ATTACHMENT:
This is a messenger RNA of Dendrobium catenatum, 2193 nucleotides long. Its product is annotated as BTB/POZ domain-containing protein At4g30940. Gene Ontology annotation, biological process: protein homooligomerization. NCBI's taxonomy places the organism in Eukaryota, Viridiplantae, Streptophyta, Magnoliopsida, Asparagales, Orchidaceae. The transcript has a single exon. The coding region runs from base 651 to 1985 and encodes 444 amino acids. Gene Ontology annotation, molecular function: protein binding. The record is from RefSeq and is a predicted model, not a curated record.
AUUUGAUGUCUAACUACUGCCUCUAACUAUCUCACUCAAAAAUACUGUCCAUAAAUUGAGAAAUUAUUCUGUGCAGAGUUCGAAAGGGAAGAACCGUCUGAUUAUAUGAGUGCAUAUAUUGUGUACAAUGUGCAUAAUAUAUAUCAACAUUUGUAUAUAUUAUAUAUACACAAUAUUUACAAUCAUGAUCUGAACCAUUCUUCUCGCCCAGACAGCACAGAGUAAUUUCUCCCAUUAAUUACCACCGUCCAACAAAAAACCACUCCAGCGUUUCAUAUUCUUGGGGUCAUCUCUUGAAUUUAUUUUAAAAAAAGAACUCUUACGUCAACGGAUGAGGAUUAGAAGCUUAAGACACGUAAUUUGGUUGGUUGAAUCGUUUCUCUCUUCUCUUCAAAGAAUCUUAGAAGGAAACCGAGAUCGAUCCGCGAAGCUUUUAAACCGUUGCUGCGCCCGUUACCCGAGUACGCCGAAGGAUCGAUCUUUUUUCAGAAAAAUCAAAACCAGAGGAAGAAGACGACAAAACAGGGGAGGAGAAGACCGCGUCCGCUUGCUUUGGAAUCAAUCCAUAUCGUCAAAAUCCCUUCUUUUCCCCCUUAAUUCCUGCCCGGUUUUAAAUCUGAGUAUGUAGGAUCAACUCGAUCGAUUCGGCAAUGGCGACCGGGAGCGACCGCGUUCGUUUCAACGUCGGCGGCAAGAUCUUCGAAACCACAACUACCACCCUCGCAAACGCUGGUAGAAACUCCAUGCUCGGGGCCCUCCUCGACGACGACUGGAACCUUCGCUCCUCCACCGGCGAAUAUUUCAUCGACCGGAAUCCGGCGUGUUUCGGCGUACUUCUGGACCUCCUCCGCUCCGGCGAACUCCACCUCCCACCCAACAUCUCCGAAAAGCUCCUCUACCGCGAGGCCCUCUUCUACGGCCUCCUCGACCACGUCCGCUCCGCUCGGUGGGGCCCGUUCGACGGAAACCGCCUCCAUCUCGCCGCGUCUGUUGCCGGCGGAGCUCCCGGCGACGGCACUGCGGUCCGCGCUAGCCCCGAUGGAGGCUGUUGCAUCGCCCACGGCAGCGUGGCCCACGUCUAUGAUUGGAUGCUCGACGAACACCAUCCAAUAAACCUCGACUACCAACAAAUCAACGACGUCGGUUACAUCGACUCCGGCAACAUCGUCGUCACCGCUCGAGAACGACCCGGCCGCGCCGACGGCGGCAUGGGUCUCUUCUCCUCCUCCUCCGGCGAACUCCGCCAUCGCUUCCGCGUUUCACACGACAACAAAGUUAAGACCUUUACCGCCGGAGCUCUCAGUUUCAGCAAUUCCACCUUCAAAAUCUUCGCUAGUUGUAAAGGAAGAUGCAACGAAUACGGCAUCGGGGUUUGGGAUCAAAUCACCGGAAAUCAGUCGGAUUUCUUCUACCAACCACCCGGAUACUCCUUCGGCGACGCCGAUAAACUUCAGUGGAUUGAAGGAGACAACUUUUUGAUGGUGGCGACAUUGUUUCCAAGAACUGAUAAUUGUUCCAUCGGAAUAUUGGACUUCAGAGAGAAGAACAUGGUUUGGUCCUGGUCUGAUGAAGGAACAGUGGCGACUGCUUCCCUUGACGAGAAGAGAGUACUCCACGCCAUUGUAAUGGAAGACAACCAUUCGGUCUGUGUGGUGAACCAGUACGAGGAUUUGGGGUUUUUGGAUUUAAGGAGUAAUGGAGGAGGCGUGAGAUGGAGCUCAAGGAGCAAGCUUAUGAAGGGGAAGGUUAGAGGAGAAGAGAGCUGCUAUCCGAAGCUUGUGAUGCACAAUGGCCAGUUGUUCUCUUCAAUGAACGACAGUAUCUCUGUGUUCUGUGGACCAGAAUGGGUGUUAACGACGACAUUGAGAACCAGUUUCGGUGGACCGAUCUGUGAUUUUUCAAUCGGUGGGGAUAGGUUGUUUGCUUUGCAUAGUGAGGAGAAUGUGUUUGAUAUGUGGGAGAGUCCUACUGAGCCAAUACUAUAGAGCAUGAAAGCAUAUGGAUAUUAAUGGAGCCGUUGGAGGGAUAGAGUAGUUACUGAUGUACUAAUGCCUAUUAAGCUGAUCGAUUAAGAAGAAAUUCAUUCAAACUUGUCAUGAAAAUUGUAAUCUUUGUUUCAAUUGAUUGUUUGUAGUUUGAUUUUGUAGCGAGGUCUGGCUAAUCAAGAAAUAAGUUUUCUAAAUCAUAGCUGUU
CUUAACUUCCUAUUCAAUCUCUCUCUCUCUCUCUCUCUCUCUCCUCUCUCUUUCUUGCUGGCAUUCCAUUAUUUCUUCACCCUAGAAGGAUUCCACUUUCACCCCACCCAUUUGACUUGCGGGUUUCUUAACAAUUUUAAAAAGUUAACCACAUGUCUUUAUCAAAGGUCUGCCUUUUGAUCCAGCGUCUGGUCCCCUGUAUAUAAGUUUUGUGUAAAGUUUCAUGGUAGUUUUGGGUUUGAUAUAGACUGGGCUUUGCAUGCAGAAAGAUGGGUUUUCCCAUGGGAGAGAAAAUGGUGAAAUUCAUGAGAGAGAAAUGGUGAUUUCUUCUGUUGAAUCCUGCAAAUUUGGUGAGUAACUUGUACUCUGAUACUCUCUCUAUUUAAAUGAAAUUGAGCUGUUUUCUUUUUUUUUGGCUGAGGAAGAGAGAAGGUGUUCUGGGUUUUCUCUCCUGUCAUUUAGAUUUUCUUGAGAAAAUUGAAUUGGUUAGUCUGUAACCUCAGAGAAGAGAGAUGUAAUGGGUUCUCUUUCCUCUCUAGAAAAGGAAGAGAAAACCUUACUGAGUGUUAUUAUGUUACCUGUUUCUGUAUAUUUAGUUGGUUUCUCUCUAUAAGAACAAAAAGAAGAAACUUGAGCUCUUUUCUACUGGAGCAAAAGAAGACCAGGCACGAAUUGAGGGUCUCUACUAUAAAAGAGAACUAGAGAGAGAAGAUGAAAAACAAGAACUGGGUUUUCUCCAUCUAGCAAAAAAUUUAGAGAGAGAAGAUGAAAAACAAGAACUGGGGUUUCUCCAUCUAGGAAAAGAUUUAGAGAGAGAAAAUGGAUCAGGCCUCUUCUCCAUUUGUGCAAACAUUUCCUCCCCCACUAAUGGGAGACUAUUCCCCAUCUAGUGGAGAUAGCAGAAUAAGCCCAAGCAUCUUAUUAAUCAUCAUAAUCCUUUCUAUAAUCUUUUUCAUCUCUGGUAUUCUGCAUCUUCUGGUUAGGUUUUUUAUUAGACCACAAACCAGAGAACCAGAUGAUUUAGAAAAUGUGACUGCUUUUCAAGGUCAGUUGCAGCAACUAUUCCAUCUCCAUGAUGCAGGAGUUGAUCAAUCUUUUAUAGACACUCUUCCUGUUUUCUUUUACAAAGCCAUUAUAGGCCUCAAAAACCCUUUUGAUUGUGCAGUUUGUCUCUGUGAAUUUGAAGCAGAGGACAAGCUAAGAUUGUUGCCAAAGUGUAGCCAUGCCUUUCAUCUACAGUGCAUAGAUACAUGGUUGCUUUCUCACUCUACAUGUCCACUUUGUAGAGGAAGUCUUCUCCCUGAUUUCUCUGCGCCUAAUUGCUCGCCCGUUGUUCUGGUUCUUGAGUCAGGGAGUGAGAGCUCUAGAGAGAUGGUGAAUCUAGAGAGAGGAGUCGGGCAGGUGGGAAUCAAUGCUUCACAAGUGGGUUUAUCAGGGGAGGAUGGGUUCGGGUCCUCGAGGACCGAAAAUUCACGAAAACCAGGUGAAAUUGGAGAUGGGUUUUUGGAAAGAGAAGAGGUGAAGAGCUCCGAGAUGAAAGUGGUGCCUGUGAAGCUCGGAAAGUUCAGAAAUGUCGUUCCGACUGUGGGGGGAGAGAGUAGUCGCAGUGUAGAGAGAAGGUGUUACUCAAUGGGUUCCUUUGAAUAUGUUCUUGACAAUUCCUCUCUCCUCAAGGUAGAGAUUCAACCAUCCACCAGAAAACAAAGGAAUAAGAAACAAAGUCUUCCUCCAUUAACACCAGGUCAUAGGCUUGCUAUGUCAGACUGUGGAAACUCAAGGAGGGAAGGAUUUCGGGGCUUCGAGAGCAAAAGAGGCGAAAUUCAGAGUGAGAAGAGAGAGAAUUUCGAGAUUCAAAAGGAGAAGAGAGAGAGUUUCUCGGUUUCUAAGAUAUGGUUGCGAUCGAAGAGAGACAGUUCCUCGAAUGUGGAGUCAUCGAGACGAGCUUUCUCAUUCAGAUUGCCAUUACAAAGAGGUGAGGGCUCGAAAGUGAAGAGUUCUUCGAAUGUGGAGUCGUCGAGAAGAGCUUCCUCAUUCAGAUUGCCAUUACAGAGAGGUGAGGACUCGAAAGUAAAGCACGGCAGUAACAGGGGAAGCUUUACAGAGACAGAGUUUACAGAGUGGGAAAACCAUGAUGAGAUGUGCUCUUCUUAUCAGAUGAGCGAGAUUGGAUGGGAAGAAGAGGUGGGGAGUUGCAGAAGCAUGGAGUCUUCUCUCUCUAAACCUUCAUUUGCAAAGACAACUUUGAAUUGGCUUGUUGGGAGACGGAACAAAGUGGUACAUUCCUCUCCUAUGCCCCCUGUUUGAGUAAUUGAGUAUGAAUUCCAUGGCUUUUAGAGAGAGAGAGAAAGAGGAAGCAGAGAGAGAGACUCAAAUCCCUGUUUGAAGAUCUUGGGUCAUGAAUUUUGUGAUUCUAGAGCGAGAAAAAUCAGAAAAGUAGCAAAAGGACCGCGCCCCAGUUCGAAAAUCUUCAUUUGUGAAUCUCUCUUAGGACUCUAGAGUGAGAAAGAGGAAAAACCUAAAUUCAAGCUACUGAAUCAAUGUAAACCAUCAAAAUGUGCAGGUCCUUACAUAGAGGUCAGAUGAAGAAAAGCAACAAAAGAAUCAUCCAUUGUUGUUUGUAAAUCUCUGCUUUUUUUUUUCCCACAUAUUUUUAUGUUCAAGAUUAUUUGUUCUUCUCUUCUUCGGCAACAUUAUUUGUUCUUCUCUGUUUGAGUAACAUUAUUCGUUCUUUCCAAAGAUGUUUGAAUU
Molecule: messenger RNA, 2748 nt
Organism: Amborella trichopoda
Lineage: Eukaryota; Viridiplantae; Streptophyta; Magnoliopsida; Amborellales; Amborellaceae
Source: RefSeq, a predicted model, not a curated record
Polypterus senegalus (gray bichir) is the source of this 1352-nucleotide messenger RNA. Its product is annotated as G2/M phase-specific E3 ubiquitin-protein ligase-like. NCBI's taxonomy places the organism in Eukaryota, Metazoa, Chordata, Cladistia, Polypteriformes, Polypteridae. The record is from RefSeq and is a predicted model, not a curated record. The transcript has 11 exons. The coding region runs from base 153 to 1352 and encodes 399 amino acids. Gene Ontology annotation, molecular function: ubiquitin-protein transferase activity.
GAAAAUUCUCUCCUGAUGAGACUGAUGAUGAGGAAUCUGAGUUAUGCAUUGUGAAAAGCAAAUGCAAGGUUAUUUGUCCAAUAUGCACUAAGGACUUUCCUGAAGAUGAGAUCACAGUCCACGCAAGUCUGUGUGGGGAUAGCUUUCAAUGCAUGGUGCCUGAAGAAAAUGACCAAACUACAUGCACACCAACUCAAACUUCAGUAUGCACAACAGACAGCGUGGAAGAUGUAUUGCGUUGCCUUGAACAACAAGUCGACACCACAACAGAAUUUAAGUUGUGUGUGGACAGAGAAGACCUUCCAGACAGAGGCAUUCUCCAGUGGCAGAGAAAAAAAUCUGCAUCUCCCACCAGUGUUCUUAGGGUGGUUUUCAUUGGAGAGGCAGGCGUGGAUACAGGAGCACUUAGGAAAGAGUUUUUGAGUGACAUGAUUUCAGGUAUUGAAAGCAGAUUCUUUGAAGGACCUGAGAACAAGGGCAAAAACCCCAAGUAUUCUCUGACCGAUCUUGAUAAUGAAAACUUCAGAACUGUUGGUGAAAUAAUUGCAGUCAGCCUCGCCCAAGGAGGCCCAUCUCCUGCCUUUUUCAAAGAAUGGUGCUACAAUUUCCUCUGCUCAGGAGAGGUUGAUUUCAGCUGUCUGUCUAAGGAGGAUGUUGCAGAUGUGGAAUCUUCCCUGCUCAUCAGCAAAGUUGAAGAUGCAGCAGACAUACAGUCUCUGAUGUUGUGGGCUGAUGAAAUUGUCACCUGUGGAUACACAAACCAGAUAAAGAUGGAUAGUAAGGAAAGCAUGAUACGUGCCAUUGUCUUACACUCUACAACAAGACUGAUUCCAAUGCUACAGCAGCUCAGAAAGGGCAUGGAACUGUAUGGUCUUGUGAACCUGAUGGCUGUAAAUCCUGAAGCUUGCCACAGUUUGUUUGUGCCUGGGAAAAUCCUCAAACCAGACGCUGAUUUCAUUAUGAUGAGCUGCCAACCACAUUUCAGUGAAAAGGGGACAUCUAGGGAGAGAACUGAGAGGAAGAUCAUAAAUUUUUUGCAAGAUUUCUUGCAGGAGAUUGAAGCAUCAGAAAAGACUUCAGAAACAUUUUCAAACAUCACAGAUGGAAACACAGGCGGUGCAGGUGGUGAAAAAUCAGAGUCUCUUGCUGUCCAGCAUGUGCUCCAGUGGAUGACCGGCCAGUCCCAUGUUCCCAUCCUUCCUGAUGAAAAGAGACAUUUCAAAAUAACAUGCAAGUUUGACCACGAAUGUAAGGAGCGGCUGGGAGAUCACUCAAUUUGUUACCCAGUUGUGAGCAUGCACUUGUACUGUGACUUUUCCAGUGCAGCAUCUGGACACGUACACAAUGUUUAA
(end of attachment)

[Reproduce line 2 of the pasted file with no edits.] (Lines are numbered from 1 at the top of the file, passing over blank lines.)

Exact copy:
AUUUGAUGUCUAACUACUGCCUCUAACUAUCUCACUCAAAAAUACUGUCCAUAAAUUGAGAAAUUAUUCUGUGCAGAGUUCGAAAGGGAAGAACCGUCUGAUUAUAUGAGUGCAUAUAUUGUGUACAAUGUGCAUAAUAUAUAUCAACAUUUGUAUAUAUUAUAUAUACACAAUAUUUACAAUCAUGAUCUGAACCAUUCUUCUCGCCCAGACAGCACAGAGUAAUUUCUCCCAUUAAUUACCACCGUCCAACAAAAAACCACUCCAGCGUUUCAUAUUCUUGGGGUCAUCUCUUGAAUUUAUUUUAAAAAAAGAACUCUUACGUCAACGGAUGAGGAUUAGAAGCUUAAGACACGUAAUUUGGUUGGUUGAAUCGUUUCUCUCUUCUCUUCAAAGAAUCUUAGAAGGAAACCGAGAUCGAUCCGCGAAGCUUUUAAACCGUUGCUGCGCCCGUUACCCGAGUACGCCGAAGGAUCGAUCUUUUUUCAGAAAAAUCAAAACCAGAGGAAGAAGACGACAAAACAGGGGAGGAGAAGACCGCGUCCGCUUGCUUUGGAAUCAAUCCAUAUCGUCAAAAUCCCUUCUUUUCCCCCUUAAUUCCUGCCCGGUUUUAAAUCUGAGUAUGUAGGAUCAACUCGAUCGAUUCGGCAAUGGCGACCGGGAGCGACCGCGUUCGUUUCAACGUCGGCGGCAAGAUCUUCGAAACCACAACUACCACCCUCGCAAACGCUGGUAGAAACUCCAUGCUCGGGGCCCUCCUCGACGACGACUGGAACCUUCGCUCCUCCACCGGCGAAUAUUUCAUCGACCGGAAUCCGGCGUGUUUCGGCGUACUUCUGGACCUCCUCCGCUCCGGCGAACUCCACCUCCCACCCAACAUCUCCGAAAAGCUCCUCUACCGCGAGGCCCUCUUCUACGGCCUCCUCGACCACGUCCGCUCCGCUCGGUGGGGCCCGUUCGACGGAAACCGCCUCCAUCUCGCCGCGUCUGUUGCCGGCGGAGCUCCCGGCGACGGCACUGCGGUCCGCGCUAGCCCCGAUGGAGGCUGUUGCAUCGCCCACGGCAGCGUGGCCCACGUCUAUGAUUGGAUGCUCGACGAACACCAUCCAAUAAACCUCGACUACCAACAAAUCAACGACGUCGGUUACAUCGACUCCGGCAACAUCGUCGUCACCGCUCGAGAACGACCCGGCCGCGCCGACGGCGGCAUGGGUCUCUUCUCCUCCUCCUCCGGCGAACUCCGCCAUCGCUUCCGCGUUUCACACGACAACAAAGUUAAGACCUUUACCGCCGGAGCUCUCAGUUUCAGCAAUUCCACCUUCAAAAUCUUCGCUAGUUGUAAAGGAAGAUGCAACGAAUACGGCAUCGGGGUUUGGGAUCAAAUCACCGGAAAUCAGUCGGAUUUCUUCUACCAACCACCCGGAUACUCCUUCGGCGACGCCGAUAAACUUCAGUGGAUUGAAGGAGACAACUUUUUGAUGGUGGCGACAUUGUUUCCAAGAACUGAUAAUUGUUCCAUCGGAAUAUUGGACUUCAGAGAGAAGAACAUGGUUUGGUCCUGGUCUGAUGAAGGAACAGUGGCGACUGCUUCCCUUGACGAGAAGAGAGUACUCCACGCCAUUGUAAUGGAAGACAACCAUUCGGUCUGUGUGGUGAACCAGUACGAGGAUUUGGGGUUUUUGGAUUUAAGGAGUAAUGGAGGAGGCGUGAGAUGGAGCUCAAGGAGCAAGCUUAUGAAGGGGAAGGUUAGAGGAGAAGAGAGCUGCUAUCCGAAGCUUGUGAUGCACAAUGGCCAGUUGUUCUCUUCAAUGAACGACAGUAUCUCUGUGUUCUGUGGACCAGAAUGGGUGUUAACGACGACAUUGAGAACCAGUUUCGGUGGACCGAUCUGUGAUUUUUCAAUCGGUGGGGAUAGGUUGUUUGCUUUGCAUAGUGAGGAGAAUGUGUUUGAUAUGUGGGAGAGUCCUACUGAGCCAAUACUAUAGAGCAUGAAAGCAUAUGGAUAUUAAUGGAGCCGUUGGAGGGAUAGAGUAGUUACUGAUGUACUAAUGCCUAUUAAGCUGAUCGAUUAAGAAGAAAUUCAUUCAAACUUGUCAUGAAAAUUGUAAUCUUUGUUUCAAUUGAUUGUUUGUAGUUUGAUUUUGUAGCGAGGUCUGGCUAAUCAAGAAAUAAGUUUUCUAAAUCAUAGCUGUU